Alongside their naked athletics, Athenians took part in a grand procession, herding oxen up to the Acropolis, the citadel that still overlooks the capital. Here, they were sacrificed in honour of the goddess Athena.

 

Now, it’s tricky to feel inspired by this. Given the rise of veganism, a little New Year animal sacrifice to start 2021 will likely go down like a sack of Quorn sausages. However, one loose interpretation would be to just create carnage.

 

Gather the food, drink, and treats remaining from the festive season and, either as a group or solo, go to town on it with the determination of a sacrifice to the gods. There should be discarded Terry’s Chocolate Orange carcasses everywhere. I want to see gravy stains on the curtains, and if there isn’t bubble-and-squeak on the wall then you’re not doing it right. 

 

Warning, this will be followed by another January 1st tradition: the clean-up.

 

Eat 12 grapes

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From animal sacrifice to something much tamer. In Spain and parts of Latin America it was ­– and still is – tradition to welcome in the new year by eating 12 grapes in quick succession. At the stroke of midnight, locals pop green grapes into their mouths with every chime of the clock bell. The aim? To devour them all once the final bell tolls to secure good luck for the year ahead.

 

It’s hard to believe this custom is just over a century old. The legend of the uvas de la suerte, (lucky grapes), starts in Alicante, Spain in 1909 where it’s said that a bumper grape harvest led the marketing-savvy authorities to promote grape- eating as a New Year tradition.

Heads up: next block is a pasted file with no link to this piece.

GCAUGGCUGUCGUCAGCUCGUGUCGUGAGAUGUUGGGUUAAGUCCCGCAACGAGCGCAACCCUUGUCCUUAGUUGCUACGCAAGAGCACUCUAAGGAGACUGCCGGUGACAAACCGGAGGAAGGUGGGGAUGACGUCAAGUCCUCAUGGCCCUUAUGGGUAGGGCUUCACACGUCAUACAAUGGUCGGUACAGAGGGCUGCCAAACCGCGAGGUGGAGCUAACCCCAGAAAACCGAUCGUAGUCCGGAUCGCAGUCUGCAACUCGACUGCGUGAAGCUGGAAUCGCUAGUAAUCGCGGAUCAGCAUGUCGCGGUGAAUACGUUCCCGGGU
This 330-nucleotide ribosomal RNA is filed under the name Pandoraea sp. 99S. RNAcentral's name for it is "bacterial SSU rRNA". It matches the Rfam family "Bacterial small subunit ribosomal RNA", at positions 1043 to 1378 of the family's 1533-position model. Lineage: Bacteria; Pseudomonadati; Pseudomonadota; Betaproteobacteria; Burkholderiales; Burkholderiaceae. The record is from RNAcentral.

This commercial origin is, admittedly, a little disappointing, and it’s also strange that such a recent tradition is already surrounded by such superstition. Families now race to gobble the grapes on New Year’s Eve in a bid for good luck. Griping aside though, who doesn’t need some extra mojo for 2021? So, if you’re looking for an activity that combines healthy snacks with friendly competition, why not pop some green grapes in your gob? Come to think of it, a glass or twelve of white wine might also count…

 

Postpone New Year

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If the above historical titbits are failing to inspire, then how about copying our ancient ancestors by celebrating New Year in spring or summer?

 

The Ancient Romans celebrated their New Year around March, when the day and night are equal in length. Over in the Middle East about 4,000 years ago, March was also when the Babylonians celebrated their New Year festival, Akitu. 

 

Meanwhile, in 6th-4th century BC Athens, the Athenians’ naked New Year games and oxen sacrifice actually kicked off in July. Even the ancient Egyptians marked their New Year with the flooding of the Nile in summertime.

 

Frankly, New Year in the spring or summer just makes more sense. Dancing on the beach? A family barbeque in the garden? Our predecessors were onto something. 

 

Image: Annie Spratt/Unsplash

 

So, in summary, New Year’s Eve is bound to be different – but that doesn’t mean it shouldn’t be celebrated, even if the party is pushed to Easter. After millennia of welcoming in the new year, why break with tradition now?

 

If history proves anything it’s that there have been, and continue to be, some truly wacky ways to celebrate. So why not adopt some historical festivities from Europe in a last bid attempt to feel European? Or even better, make up your own new tradition? After all, the only thing we do know about what’s to come is that, frankly, business as usual isn’t an option…